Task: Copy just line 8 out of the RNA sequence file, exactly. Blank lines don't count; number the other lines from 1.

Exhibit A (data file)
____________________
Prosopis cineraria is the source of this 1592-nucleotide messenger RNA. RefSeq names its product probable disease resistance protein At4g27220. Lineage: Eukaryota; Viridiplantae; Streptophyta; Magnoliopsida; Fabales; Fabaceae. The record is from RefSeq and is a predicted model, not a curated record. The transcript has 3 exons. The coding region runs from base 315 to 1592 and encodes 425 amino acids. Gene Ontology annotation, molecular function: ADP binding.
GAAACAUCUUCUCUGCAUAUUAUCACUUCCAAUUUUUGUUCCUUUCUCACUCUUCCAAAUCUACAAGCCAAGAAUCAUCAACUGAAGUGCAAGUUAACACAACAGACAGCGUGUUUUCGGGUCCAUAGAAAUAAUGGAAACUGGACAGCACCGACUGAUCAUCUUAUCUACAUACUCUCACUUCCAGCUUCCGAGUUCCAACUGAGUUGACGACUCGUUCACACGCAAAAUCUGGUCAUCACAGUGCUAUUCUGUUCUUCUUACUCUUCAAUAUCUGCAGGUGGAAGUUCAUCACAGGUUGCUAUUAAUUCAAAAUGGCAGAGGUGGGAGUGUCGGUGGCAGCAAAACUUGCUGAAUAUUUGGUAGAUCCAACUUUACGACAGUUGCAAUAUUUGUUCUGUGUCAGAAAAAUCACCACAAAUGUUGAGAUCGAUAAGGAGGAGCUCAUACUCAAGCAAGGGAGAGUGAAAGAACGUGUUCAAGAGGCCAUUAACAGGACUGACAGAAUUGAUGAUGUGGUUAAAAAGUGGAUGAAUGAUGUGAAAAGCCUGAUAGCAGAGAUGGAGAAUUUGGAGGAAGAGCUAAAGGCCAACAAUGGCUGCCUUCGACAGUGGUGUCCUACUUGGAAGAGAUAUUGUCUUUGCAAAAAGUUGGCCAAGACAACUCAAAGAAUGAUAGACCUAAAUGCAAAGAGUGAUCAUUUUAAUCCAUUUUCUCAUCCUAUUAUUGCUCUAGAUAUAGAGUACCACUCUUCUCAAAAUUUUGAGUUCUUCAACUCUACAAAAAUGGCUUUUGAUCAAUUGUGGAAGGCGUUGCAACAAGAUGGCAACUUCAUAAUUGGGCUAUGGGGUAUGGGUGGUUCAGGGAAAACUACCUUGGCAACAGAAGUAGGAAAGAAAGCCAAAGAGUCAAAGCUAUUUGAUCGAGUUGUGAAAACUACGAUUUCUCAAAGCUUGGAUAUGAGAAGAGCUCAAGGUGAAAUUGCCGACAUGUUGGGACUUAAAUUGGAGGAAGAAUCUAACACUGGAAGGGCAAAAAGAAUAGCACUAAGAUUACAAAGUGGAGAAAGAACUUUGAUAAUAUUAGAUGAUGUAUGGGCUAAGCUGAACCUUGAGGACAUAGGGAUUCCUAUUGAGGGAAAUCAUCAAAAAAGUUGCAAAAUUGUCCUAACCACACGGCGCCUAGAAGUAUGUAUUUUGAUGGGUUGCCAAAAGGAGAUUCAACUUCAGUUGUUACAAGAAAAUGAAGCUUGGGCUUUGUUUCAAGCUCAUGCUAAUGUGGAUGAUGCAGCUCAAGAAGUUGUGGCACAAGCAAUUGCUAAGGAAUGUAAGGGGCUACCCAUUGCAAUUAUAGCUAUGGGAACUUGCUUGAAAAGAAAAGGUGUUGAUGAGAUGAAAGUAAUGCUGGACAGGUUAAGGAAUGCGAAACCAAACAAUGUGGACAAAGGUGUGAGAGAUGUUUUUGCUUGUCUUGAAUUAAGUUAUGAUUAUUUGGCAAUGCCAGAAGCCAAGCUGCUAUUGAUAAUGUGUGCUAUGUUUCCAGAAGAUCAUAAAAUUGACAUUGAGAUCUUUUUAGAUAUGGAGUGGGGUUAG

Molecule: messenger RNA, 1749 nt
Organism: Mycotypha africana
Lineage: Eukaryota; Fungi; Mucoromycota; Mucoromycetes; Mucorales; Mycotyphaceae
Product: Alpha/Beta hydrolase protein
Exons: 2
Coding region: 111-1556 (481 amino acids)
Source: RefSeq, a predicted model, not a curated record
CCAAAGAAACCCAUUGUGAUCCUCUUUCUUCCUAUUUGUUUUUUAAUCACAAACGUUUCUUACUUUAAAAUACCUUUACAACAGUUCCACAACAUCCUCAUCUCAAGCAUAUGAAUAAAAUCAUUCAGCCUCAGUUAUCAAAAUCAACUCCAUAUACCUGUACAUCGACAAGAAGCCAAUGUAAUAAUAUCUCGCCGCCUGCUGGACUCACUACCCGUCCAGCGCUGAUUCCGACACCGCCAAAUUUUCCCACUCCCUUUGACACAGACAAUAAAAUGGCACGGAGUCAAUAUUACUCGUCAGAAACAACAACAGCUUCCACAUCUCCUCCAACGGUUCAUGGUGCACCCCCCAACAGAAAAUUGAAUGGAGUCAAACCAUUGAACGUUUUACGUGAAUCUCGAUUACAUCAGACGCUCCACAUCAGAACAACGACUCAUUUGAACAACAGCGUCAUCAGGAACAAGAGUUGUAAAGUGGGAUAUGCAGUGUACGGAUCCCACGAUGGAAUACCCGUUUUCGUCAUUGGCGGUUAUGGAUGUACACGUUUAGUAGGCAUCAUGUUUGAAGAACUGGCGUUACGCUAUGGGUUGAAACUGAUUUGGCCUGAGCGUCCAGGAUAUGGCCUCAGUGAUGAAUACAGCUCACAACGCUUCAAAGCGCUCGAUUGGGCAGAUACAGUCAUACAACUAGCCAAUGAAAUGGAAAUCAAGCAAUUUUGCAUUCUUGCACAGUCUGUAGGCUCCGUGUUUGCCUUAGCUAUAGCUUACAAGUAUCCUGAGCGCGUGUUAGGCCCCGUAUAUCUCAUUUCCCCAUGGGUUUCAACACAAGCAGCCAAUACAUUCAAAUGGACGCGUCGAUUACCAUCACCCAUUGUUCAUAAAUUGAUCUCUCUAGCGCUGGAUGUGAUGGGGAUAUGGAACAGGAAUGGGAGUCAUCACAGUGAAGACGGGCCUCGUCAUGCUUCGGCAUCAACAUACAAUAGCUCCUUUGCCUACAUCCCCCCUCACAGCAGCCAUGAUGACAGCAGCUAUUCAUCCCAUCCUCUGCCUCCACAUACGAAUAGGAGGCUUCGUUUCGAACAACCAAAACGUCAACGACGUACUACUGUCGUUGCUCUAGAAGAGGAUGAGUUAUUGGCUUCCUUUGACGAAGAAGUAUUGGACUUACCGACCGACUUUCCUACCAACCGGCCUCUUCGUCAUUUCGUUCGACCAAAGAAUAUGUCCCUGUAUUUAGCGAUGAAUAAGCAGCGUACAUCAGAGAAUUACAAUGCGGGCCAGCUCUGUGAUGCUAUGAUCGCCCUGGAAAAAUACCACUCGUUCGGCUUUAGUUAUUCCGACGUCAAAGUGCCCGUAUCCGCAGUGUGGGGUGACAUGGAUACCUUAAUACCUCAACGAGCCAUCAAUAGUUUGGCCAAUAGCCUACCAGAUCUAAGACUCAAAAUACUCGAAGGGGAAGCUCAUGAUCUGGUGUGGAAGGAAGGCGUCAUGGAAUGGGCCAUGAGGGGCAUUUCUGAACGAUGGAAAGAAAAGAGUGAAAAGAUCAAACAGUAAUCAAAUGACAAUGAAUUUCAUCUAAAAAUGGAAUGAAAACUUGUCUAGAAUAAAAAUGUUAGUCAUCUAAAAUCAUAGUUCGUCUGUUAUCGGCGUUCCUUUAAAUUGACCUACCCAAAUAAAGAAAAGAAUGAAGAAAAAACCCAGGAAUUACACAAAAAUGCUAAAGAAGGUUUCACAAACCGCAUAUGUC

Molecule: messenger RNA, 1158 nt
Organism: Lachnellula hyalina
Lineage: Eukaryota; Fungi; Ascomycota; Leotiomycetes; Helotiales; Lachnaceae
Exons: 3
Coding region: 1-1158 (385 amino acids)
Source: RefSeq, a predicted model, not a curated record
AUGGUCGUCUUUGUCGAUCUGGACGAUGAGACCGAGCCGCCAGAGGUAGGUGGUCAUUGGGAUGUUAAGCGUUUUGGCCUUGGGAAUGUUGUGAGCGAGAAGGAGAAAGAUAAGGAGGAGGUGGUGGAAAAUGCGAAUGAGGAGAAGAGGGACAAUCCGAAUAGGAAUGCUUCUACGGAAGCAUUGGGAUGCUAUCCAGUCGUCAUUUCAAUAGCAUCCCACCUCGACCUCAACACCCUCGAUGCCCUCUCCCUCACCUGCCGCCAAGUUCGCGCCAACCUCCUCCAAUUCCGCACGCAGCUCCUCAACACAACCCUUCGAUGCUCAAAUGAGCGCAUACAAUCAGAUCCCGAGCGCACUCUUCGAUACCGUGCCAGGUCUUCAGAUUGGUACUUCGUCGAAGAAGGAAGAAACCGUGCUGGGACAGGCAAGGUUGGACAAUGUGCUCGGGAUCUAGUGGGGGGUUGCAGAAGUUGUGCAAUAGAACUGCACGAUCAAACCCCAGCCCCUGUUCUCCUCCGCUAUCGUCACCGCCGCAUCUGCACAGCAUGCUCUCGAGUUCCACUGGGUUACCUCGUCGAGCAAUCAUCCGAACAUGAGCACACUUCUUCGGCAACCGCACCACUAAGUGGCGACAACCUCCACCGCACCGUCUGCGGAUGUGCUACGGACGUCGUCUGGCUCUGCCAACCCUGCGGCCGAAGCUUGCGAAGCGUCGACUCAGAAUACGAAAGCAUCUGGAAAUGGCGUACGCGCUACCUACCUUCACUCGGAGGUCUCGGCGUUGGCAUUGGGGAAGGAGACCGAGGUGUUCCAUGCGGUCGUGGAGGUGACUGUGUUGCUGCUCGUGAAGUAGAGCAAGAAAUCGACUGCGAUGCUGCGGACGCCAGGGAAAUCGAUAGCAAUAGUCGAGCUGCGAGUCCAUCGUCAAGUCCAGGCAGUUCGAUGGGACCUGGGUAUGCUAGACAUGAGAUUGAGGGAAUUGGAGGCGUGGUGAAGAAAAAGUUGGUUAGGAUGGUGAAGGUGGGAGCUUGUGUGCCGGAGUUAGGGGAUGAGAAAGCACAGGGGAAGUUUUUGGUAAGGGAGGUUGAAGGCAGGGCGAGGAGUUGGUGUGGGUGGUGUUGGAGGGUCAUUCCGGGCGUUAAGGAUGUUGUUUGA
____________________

Coding region: 111-1556 (481 amino acids)